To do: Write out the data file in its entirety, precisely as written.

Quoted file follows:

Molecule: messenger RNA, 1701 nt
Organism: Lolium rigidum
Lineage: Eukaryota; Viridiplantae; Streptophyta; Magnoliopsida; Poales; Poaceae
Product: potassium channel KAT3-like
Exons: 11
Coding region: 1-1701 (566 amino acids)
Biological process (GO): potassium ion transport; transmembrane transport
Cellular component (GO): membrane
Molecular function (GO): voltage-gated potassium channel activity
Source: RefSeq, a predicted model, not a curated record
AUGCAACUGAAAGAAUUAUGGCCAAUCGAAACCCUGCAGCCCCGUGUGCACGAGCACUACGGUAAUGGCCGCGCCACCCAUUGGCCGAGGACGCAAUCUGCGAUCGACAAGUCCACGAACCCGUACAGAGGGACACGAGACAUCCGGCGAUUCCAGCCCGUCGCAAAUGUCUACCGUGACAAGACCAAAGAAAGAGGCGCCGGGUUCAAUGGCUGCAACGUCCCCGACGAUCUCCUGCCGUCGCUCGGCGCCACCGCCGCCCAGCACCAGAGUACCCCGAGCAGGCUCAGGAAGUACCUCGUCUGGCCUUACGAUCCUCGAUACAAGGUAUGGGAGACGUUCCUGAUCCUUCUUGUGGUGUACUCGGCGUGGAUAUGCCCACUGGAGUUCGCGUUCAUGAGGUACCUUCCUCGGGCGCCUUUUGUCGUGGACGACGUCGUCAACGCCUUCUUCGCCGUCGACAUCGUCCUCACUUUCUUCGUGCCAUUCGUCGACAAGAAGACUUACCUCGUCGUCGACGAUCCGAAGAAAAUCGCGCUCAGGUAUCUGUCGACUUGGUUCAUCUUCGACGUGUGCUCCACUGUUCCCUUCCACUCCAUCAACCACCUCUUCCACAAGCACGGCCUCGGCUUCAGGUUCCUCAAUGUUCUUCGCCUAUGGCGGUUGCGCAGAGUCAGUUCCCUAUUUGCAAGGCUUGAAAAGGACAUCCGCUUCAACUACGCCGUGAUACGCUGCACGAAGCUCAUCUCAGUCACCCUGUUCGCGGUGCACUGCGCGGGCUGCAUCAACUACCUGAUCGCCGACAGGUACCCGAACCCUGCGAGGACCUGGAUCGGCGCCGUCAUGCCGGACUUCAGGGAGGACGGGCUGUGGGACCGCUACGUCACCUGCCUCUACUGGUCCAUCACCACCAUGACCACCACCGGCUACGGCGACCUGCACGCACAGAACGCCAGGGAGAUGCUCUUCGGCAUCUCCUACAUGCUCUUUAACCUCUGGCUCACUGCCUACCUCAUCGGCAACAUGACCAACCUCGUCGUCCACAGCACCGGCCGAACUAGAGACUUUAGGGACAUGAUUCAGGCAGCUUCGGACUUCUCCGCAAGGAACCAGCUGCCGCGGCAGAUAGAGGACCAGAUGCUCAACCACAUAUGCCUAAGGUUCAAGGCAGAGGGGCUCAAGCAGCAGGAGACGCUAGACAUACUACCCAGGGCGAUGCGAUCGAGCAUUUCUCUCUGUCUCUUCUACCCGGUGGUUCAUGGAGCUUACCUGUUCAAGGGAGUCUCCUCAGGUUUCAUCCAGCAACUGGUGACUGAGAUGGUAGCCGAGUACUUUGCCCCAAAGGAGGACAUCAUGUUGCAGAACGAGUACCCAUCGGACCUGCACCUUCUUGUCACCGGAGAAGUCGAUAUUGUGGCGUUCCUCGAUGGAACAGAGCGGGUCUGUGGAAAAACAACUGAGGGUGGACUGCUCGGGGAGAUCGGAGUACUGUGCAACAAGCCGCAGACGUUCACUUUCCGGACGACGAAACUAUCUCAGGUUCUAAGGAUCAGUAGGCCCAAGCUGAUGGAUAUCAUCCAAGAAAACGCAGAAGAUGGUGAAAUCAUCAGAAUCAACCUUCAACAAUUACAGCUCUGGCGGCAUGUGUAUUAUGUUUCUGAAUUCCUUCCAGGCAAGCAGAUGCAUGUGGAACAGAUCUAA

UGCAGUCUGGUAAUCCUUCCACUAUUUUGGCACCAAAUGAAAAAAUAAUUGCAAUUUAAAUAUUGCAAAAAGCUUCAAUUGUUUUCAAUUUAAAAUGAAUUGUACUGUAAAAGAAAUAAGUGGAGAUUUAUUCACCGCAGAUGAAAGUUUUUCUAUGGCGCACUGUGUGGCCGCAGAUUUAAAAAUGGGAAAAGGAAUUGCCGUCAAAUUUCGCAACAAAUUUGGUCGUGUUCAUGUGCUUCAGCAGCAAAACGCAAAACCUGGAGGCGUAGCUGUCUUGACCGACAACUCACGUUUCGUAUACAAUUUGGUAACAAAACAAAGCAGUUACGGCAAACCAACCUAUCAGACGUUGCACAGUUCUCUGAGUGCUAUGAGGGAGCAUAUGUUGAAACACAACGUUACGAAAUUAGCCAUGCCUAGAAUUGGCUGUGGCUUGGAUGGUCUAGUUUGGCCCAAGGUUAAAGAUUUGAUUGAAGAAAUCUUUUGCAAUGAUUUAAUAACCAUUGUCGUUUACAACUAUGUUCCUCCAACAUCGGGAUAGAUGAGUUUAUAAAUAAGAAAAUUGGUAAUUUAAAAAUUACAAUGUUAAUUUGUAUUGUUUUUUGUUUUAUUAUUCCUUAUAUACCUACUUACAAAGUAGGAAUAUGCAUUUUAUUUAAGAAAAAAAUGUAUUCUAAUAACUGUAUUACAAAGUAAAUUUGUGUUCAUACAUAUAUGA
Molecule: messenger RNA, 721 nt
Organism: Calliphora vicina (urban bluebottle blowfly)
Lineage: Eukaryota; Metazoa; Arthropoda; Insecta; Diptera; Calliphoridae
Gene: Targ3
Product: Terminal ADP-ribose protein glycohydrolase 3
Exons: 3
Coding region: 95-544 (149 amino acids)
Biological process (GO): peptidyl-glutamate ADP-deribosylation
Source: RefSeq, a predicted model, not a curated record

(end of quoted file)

Molecule: messenger RNA, 1701 nt
Organism: Lolium rigidum
Lineage: Eukaryota; Viridiplantae; Streptophyta; Magnoliopsida; Poales; Poaceae
Product: potassium channel KAT3-like
Exons: 11
Coding region: 1-1701 (566 amino acids)
Biological process (GO): potassium ion transport; transmembrane transport
Cellular component (GO): membrane
Molecular function (GO): voltage-gated potassium channel activity
Source: RefSeq, a predicted model, not a curated record
AUGCAACUGAAAGAAUUAUGGCCAAUCGAAACCCUGCAGCCCCGUGUGCACGAGCACUACGGUAAUGGCCGCGCCACCCAUUGGCCGAGGACGCAAUCUGCGAUCGACAAGUCCACGAACCCGUACAGAGGGACACGAGACAUCCGGCGAUUCCAGCCCGUCGCAAAUGUCUACCGUGACAAGACCAAAGAAAGAGGCGCCGGGUUCAAUGGCUGCAACGUCCCCGACGAUCUCCUGCCGUCGCUCGGCGCCACCGCCGCCCAGCACCAGAGUACCCCGAGCAGGCUCAGGAAGUACCUCGUCUGGCCUUACGAUCCUCGAUACAAGGUAUGGGAGACGUUCCUGAUCCUUCUUGUGGUGUACUCGGCGUGGAUAUGCCCACUGGAGUUCGCGUUCAUGAGGUACCUUCCUCGGGCGCCUUUUGUCGUGGACGACGUCGUCAACGCCUUCUUCGCCGUCGACAUCGUCCUCACUUUCUUCGUGCCAUUCGUCGACAAGAAGACUUACCUCGUCGUCGACGAUCCGAAGAAAAUCGCGCUCAGGUAUCUGUCGACUUGGUUCAUCUUCGACGUGUGCUCCACUGUUCCCUUCCACUCCAUCAACCACCUCUUCCACAAGCACGGCCUCGGCUUCAGGUUCCUCAAUGUUCUUCGCCUAUGGCGGUUGCGCAGAGUCAGUUCCCUAUUUGCAAGGCUUGAAAAGGACAUCCGCUUCAACUACGCCGUGAUACGCUGCACGAAGCUCAUCUCAGUCACCCUGUUCGCGGUGCACUGCGCGGGCUGCAUCAACUACCUGAUCGCCGACAGGUACCCGAACCCUGCGAGGACCUGGAUCGGCGCCGUCAUGCCGGACUUCAGGGAGGACGGGCUGUGGGACCGCUACGUCACCUGCCUCUACUGGUCCAUCACCACCAUGACCACCACCGGCUACGGCGACCUGCACGCACAGAACGCCAGGGAGAUGCUCUUCGGCAUCUCCUACAUGCUCUUUAACCUCUGGCUCACUGCCUACCUCAUCGGCAACAUGACCAACCUCGUCGUCCACAGCACCGGCCGAACUAGAGACUUUAGGGACAUGAUUCAGGCAGCUUCGGACUUCUCCGCAAGGAACCAGCUGCCGCGGCAGAUAGAGGACCAGAUGCUCAACCACAUAUGCCUAAGGUUCAAGGCAGAGGGGCUCAAGCAGCAGGAGACGCUAGACAUACUACCCAGGGCGAUGCGAUCGAGCAUUUCUCUCUGUCUCUUCUACCCGGUGGUUCAUGGAGCUUACCUGUUCAAGGGAGUCUCCUCAGGUUUCAUCCAGCAACUGGUGACUGAGAUGGUAGCCGAGUACUUUGCCCCAAAGGAGGACAUCAUGUUGCAGAACGAGUACCCAUCGGACCUGCACCUUCUUGUCACCGGAGAAGUCGAUAUUGUGGCGUUCCUCGAUGGAACAGAGCGGGUCUGUGGAAAAACAACUGAGGGUGGACUGCUCGGGGAGAUCGGAGUACUGUGCAACAAGCCGCAGACGUUCACUUUCCGGACGACGAAACUAUCUCAGGUUCUAAGGAUCAGUAGGCCCAAGCUGAUGGAUAUCAUCCAAGAAAACGCAGAAGAUGGUGAAAUCAUCAGAAUCAACCUUCAACAAUUACAGCUCUGGCGGCAUGUGUAUUAUGUUUCUGAAUUCCUUCCAGGCAAGCAGAUGCAUGUGGAACAGAUCUAA

UGCAGUCUGGUAAUCCUUCCACUAUUUUGGCACCAAAUGAAAAAAUAAUUGCAAUUUAAAUAUUGCAAAAAGCUUCAAUUGUUUUCAAUUUAAAAUGAAUUGUACUGUAAAAGAAAUAAGUGGAGAUUUAUUCACCGCAGAUGAAAGUUUUUCUAUGGCGCACUGUGUGGCCGCAGAUUUAAAAAUGGGAAAAGGAAUUGCCGUCAAAUUUCGCAACAAAUUUGGUCGUGUUCAUGUGCUUCAGCAGCAAAACGCAAAACCUGGAGGCGUAGCUGUCUUGACCGACAACUCACGUUUCGUAUACAAUUUGGUAACAAAACAAAGCAGUUACGGCAAACCAACCUAUCAGACGUUGCACAGUUCUCUGAGUGCUAUGAGGGAGCAUAUGUUGAAACACAACGUUACGAAAUUAGCCAUGCCUAGAAUUGGCUGUGGCUUGGAUGGUCUAGUUUGGCCCAAGGUUAAAGAUUUGAUUGAAGAAAUCUUUUGCAAUGAUUUAAUAACCAUUGUCGUUUACAACUAUGUUCCUCCAACAUCGGGAUAGAUGAGUUUAUAAAUAAGAAAAUUGGUAAUUUAAAAAUUACAAUGUUAAUUUGUAUUGUUUUUUGUUUUAUUAUUCCUUAUAUACCUACUUACAAAGUAGGAAUAUGCAUUUUAUUUAAGAAAAAAAUGUAUUCUAAUAACUGUAUUACAAAGUAAAUUUGUGUUCAUACAUAUAUGA
Molecule: messenger RNA, 721 nt
Organism: Calliphora vicina (urban bluebottle blowfly)
Lineage: Eukaryota; Metazoa; Arthropoda; Insecta; Diptera; Calliphoridae
Gene: Targ3
Product: Terminal ADP-ribose protein glycohydrolase 3
Exons: 3
Coding region: 95-544 (149 amino acids)
Biological process (GO): peptidyl-glutamate ADP-deribosylation
Source: RefSeq, a predicted model, not a curated record